|London, UK||Royal Borough of Kensington & Chelsea||2022|
Leighton House Museum is a Grade II* listed building with an internationally significant collection, located within the Holland Park Circle of similar artist’s houses. Purpose-built in 1865 for the eminent Victorian painter, Frederic, Lord Leighton, the property has evolved and expanded over its 150-year history. While earlier phases were directed by Leighton himself, several less satisfactory interventions were built after his death and during the period in which the house transitioned from private home to public museum.
The project selectively removes, reinvents and extends the less significant areas in order to celebrate and safeguard the original house. In doing so, we have completed the restoration of the house and garden and provided the facilities and spaces to create a coherent, inclusive and enjoyable visitor experience, consolidating the museum as an amenity for the local community and beyond.
In addition to extensive building fabric conservation and restoration works, our design incorporates new elements that take their cue from the existing, reinterpreting the language of the house through materials, form and colour. We have created a new entrance and reception space within the Perrin Wing, with new visual and physical connections to the original house and garden. A new staff suite has been created within the volume of the upper gallery space. Leighton’s Winter Studio has been restored and the space beneath it recovered as the De Morgan Café. The existing basement has been extended to provide visitor facilities, display and interpretation space, an archive store and a gallery to display Leighton’s extensive drawing collection.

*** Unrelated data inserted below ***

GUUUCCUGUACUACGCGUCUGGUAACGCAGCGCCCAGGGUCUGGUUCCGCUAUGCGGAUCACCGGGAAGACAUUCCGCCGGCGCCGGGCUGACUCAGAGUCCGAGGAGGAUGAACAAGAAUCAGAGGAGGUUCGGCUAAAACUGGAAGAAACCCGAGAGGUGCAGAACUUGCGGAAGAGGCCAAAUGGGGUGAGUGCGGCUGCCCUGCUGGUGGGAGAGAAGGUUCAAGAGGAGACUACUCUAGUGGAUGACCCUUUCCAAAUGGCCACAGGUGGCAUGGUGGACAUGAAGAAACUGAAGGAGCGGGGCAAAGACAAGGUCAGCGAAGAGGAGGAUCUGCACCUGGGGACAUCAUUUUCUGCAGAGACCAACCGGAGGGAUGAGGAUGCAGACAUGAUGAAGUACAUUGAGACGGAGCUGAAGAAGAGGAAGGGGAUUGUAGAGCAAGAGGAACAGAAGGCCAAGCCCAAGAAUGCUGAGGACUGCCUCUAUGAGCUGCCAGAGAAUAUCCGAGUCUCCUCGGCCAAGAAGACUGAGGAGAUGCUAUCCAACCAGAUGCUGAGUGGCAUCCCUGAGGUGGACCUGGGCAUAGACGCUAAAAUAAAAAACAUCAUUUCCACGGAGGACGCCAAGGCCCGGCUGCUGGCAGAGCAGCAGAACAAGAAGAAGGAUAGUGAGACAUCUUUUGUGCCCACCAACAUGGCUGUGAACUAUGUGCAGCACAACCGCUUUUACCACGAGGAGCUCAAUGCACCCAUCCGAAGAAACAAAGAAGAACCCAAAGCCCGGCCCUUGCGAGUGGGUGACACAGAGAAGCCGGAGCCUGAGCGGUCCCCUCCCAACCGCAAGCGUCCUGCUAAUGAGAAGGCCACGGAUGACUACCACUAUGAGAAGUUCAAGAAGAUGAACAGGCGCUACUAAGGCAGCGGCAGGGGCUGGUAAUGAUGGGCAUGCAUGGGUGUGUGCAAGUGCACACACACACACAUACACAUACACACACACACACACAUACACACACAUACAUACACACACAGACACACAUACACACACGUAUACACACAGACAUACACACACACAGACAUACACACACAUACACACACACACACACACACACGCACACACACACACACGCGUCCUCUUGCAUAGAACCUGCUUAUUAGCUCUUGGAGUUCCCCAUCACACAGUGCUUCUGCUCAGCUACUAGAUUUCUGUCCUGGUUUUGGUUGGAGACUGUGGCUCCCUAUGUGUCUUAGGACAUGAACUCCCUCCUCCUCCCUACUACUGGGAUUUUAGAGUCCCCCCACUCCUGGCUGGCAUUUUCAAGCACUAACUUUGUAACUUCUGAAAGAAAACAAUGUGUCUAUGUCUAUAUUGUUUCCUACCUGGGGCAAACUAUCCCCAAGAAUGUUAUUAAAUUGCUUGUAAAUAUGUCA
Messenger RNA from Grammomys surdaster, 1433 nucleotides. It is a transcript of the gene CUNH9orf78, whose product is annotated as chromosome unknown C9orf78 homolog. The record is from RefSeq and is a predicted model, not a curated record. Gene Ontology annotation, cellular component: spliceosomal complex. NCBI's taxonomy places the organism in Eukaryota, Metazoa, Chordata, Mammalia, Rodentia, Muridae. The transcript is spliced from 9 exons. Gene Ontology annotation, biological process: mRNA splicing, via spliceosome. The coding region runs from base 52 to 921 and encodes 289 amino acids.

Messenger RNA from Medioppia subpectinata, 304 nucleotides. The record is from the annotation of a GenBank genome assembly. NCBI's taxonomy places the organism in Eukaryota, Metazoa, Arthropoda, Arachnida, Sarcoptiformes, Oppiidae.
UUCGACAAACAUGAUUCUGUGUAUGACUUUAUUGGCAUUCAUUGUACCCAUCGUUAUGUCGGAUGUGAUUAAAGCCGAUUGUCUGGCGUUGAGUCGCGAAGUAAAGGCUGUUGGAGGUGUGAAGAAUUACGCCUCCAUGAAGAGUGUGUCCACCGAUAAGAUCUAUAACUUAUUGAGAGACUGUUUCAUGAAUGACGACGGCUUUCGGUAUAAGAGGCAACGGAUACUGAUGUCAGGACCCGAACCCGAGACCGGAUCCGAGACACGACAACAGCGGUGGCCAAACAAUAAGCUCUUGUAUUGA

The new stair and lift ‘rotunda’ completes the evolution and expansion of the house, connects all levels and balances the composition of the garden elevation. It is the site of ‘Oneness’, a hand-painted mural by artist Shahrzad Ghaffari.
BDP has supported the client in developing the project for over 14 years, and the relationship that has been forged, in conjunction with support of key stakeholders such as the Friends of Leighton House and National Heritage Lottery Fund, has resulted in a scheme which is of the highest quality and refinement, and which will enable the museum to fully realise its ambitions.
Built as a private home, studio and personal capriccio, Leighton House was always a tricky visitor attraction. BDP have solved the problem with grace, flair and flamboyance.Laura Freeman The Times
architecture, civil and structural engineering, building services engineering, landscape architecture, lighting, acoustic consultant